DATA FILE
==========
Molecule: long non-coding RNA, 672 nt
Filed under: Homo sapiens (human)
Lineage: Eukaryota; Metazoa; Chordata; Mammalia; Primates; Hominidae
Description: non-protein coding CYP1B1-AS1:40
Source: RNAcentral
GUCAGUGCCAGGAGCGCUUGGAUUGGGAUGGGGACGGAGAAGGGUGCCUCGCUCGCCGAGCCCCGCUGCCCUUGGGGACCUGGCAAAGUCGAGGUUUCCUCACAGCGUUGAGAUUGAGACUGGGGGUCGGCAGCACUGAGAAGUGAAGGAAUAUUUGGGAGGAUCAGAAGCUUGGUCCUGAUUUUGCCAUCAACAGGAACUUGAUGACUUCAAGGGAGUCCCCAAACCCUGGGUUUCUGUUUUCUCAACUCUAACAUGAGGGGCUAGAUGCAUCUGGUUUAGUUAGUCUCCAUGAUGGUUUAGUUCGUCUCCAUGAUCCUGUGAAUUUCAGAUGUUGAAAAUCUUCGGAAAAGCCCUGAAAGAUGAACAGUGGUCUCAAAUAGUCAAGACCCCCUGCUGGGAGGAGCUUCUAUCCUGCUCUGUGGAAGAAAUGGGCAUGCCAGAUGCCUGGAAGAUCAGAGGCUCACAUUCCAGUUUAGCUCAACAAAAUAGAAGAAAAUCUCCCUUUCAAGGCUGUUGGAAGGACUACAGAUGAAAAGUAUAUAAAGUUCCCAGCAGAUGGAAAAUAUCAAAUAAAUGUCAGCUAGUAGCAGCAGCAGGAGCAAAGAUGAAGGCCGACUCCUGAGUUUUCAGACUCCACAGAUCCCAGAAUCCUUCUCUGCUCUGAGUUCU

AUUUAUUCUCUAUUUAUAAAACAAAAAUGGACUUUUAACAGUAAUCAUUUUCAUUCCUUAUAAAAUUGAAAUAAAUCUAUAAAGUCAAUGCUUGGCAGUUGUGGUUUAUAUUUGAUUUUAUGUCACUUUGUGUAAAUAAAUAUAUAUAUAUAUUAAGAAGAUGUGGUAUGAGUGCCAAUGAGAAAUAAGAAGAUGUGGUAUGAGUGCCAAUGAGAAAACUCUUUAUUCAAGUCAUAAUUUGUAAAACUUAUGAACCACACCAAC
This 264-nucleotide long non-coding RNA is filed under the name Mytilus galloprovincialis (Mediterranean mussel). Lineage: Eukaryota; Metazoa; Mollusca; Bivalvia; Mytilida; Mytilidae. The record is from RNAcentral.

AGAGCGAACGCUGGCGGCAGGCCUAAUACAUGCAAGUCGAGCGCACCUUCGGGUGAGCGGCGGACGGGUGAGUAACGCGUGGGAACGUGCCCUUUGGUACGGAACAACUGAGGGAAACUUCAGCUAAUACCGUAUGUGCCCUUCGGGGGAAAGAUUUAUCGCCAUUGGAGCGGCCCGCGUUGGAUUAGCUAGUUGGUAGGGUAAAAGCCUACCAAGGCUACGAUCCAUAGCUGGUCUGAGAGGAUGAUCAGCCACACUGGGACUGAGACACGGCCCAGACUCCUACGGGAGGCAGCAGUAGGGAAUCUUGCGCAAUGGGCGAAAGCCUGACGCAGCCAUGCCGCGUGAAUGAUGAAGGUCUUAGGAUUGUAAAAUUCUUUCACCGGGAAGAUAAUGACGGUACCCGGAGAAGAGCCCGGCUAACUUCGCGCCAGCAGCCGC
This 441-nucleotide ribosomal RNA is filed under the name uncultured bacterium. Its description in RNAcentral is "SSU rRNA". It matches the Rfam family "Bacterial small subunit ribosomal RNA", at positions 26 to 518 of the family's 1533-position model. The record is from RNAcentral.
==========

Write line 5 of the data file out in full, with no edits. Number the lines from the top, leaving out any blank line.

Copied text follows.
Source: RNAcentral